It’s not hard to see why the changes to the market that have squeezed out small-caps has happened. They are large-scale reforms for large-scale problems with large-scale companies. In the wake of Enron’s collapse and the Dot-com bubble, something had to change.
But, whatever the intent, the reality has been that the institutional support that once provided the underpinnings for a thriving, innovative small-cap market has rapidly eroded. Investment banks and broker dealers just don’t find the profit motive for underwriting small-cap IPOs or committing resources to helping create enhusiasm for those companies post-IPO that once existed.
In 1991, IPOs raising $50 million or less represented 70% of total IPOs. That figure plunged all the way to 10% last year. And it’s no wonder, as all of the support from underwriters, brokers, and analysts has completely evaporated after these entities found it increasingly difficult to make any money off of trading small-cap stocks. And market support after the IPO remains extremely limited. While investment banks and research firms commit hordes of analysts to breaking down every detail of heavily-traded large- and mega-cap companies, the lack of commissions means doing the same for the smaller companies out there just doesn't make economic sense for them anymore.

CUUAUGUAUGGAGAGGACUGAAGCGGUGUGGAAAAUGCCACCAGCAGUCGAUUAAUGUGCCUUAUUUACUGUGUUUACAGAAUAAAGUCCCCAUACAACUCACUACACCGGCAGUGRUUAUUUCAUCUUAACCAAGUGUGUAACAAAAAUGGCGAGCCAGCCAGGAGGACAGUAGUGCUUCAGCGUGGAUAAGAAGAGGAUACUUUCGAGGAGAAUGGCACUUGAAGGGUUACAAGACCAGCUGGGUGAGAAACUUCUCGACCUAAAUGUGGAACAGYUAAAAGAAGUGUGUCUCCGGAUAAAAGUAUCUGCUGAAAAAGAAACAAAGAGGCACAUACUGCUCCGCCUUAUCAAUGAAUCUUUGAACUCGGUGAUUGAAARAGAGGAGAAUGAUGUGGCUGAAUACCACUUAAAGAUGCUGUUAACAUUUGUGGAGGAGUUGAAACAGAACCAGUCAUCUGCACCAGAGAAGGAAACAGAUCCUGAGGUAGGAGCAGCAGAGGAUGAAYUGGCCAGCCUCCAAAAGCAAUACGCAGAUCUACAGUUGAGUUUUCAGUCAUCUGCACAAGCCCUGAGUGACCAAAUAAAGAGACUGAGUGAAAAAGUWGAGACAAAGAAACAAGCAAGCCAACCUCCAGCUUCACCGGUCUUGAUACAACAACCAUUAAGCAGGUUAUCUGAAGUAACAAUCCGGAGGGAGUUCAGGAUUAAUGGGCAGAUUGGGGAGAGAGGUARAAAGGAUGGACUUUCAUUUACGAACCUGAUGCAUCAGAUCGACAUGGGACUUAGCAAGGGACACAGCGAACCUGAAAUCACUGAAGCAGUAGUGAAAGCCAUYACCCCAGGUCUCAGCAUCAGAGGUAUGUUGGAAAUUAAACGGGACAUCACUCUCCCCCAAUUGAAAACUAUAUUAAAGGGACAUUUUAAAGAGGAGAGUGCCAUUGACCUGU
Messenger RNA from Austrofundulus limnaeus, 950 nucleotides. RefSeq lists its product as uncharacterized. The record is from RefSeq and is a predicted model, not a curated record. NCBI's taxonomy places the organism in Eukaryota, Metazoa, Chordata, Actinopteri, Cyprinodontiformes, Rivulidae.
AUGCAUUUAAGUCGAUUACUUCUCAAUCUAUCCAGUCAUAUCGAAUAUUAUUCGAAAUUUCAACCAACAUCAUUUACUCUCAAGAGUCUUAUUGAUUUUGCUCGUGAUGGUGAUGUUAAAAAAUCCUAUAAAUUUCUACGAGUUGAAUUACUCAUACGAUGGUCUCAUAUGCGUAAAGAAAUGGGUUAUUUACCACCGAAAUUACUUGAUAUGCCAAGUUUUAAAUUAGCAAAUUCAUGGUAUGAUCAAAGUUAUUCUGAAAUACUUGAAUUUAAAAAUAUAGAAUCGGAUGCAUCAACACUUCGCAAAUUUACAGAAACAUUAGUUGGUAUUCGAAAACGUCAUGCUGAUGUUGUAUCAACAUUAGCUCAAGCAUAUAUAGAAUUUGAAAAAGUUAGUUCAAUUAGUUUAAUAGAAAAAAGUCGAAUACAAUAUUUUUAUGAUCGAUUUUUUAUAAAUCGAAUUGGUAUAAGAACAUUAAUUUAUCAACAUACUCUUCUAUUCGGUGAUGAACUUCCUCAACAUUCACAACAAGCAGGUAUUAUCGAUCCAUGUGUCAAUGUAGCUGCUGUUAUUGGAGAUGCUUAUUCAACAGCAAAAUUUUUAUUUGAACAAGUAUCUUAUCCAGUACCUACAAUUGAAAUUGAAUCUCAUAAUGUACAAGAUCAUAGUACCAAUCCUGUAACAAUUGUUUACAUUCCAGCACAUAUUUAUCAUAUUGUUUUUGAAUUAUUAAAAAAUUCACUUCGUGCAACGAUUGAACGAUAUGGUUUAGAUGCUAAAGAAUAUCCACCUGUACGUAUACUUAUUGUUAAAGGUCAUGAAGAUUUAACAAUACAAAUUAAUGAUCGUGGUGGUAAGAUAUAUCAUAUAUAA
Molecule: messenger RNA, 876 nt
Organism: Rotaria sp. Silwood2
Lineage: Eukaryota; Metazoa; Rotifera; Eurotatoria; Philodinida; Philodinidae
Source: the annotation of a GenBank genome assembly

Changes in the Marketplace Don't Mean Changes in Opportunity
The thing is, even if underwriters and brokers don’t see as much opportunity in small-cap investing, that doesn’t mean that the rest of us shouldn’t. Small-cap companies provide a wide range of advantages to both the investing public and to the economy as a whole.